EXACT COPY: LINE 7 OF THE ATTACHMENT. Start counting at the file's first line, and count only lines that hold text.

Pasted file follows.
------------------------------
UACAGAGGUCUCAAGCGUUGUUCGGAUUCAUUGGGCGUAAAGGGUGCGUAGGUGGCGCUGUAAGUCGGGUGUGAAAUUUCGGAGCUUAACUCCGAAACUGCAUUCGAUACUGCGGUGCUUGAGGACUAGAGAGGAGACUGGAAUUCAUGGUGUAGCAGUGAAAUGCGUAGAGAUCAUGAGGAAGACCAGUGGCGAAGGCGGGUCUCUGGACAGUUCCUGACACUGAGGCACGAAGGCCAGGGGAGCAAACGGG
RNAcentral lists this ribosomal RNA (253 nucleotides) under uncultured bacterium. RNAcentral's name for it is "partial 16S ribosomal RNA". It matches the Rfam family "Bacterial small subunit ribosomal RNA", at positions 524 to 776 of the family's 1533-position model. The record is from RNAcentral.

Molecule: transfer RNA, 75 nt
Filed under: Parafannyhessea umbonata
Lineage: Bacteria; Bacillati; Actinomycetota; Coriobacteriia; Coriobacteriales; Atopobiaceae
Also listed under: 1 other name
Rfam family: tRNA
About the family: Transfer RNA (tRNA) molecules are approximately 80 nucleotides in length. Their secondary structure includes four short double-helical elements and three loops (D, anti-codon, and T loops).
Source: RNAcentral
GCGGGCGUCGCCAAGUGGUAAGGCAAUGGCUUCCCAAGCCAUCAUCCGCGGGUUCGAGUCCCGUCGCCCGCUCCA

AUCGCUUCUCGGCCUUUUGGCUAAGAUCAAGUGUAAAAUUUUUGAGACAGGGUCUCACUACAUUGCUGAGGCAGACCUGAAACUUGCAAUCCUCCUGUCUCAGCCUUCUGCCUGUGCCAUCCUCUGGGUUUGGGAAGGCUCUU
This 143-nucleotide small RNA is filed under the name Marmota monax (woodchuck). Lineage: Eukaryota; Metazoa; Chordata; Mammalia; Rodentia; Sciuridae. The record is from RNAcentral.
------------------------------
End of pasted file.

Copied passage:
Rfam family: tRNA